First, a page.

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Diagnosis and Differential Diagnosis of Food Allergy

  • Efren Rael
  • Vanitha Sampath
  • Kari Christine NadeauEmail author
Chapter
  • 55 Downloads

Abstract

Food allergies vary in allergen type, severity, and underlying etiology, making diagnosis challenging. Cross-reactivity between allergens, the presence of multiple food allergies, and food intolerances that often mimic food allergy add additional complexity to the diagnosis. Food intolerances include enzyme and metabolic deficiencies, functional defects, pharmacologic effects, psychosomatic effects, sensitivity to food additives, or reactions to naturally occurring chemicals or toxins in foods. Correct identification of food allergy and causative allergen(s) is important in order to prevent unnecessary dietary restrictions or future allergic reactions. There is currently no single universal method that adequately meets the safety, sensitivity, and specificity required to diagnose a food allergy. The diagnosis of food allergy is primarily based on a combination of clinical history, presence of IgE antibodies, elimination diets, and food challenges. The presence of IgE can be determined by skin prick tests or serum tests, both of which have high sensitivities but low specificities and are associated with a high number of false positives. Currently, the double-blind placebo-controlled food challenge still remains the gold standard for diagnosing an IgE-mediated food allergy, but is resource consuming and carries with it the risk of severe reaction during the challenge.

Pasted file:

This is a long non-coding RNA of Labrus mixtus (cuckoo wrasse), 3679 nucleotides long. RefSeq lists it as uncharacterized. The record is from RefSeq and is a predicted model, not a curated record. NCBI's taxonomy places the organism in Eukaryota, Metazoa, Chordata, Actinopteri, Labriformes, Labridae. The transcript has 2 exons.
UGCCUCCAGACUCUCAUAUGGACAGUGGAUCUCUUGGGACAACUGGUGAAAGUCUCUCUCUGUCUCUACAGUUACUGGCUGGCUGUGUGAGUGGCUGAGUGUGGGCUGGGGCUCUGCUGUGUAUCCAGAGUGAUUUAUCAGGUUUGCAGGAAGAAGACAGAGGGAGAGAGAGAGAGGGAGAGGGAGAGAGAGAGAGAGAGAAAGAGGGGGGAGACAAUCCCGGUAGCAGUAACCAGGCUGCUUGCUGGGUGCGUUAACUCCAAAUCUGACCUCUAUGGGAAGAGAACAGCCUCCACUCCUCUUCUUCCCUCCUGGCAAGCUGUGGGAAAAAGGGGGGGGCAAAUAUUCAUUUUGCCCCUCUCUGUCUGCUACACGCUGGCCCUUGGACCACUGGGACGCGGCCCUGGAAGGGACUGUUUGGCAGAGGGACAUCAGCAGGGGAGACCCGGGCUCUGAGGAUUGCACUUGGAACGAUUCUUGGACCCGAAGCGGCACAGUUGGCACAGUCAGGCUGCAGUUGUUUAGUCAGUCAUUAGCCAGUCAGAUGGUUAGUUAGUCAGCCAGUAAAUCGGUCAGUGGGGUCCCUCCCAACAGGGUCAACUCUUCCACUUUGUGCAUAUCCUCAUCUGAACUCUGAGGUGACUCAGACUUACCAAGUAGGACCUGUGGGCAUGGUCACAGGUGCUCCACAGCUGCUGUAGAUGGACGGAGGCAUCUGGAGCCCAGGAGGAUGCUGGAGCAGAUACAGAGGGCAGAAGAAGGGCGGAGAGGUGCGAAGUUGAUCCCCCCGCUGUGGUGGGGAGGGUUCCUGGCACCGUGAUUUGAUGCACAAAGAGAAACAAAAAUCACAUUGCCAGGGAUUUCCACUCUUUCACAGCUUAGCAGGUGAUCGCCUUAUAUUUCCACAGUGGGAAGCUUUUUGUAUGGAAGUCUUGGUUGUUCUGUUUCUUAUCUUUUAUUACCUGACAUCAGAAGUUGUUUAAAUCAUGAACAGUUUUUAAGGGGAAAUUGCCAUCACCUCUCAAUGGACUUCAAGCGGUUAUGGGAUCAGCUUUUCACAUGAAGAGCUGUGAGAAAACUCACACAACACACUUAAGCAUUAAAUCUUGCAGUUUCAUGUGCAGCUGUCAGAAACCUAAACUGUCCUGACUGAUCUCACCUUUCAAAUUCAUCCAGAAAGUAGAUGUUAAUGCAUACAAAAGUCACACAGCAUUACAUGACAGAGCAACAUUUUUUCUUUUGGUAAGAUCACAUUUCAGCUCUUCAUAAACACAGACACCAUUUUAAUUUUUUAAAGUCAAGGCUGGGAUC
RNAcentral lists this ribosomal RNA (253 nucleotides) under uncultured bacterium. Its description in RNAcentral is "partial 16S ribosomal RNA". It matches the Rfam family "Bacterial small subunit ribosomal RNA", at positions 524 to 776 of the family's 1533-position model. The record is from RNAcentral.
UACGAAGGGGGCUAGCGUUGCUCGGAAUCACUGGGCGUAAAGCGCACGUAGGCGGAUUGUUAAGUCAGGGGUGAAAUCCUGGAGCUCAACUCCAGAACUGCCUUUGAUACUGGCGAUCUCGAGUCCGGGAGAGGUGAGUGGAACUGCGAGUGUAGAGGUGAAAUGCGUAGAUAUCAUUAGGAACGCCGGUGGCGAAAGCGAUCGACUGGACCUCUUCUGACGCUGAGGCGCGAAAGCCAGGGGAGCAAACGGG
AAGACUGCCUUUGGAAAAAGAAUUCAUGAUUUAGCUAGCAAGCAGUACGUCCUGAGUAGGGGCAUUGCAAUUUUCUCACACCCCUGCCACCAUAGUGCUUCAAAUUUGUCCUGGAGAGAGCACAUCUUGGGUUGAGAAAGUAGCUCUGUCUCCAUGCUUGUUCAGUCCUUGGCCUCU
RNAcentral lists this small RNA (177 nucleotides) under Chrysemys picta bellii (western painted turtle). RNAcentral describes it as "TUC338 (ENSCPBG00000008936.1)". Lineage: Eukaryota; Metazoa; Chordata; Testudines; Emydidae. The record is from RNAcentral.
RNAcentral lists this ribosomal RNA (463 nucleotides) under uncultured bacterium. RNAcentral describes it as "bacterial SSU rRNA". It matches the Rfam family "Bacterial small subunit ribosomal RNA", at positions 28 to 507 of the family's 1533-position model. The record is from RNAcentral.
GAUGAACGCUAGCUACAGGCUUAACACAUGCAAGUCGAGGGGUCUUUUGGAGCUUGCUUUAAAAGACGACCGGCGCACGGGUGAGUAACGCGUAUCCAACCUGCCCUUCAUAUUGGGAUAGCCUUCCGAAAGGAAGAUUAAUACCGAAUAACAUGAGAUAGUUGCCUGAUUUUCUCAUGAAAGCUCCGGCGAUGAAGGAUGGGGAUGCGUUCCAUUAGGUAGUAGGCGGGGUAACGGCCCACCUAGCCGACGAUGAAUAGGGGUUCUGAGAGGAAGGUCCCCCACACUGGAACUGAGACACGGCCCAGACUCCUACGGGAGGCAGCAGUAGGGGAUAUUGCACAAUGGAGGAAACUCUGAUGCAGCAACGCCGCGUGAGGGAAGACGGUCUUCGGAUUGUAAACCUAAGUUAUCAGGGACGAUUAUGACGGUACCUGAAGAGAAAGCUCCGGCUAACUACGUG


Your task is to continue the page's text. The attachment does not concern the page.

Keywords

Food allergy Diagnosis Skin prick test Oral food challenge IgE Allergen Basophil activation test Component-resolved diagnostics Anaphylaxis 

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Copyright information

© Springer Nature Switzerland AG 2020

Authors and Affiliations

  • Efren Rael
    • 1
  • Vanitha Sampath
    • 1
  • Kari Christine Nadeau
    • 2
    Email author
  1. 1.Sean N. Parker Center for Allergy and Asthma Research at Stanford UniversityStanfordUSA
  2. 2.Sean N. Parker Center for Allergy and Asthma Research at Stanford University, Department of Medicine and PediatricsStanfordUSA

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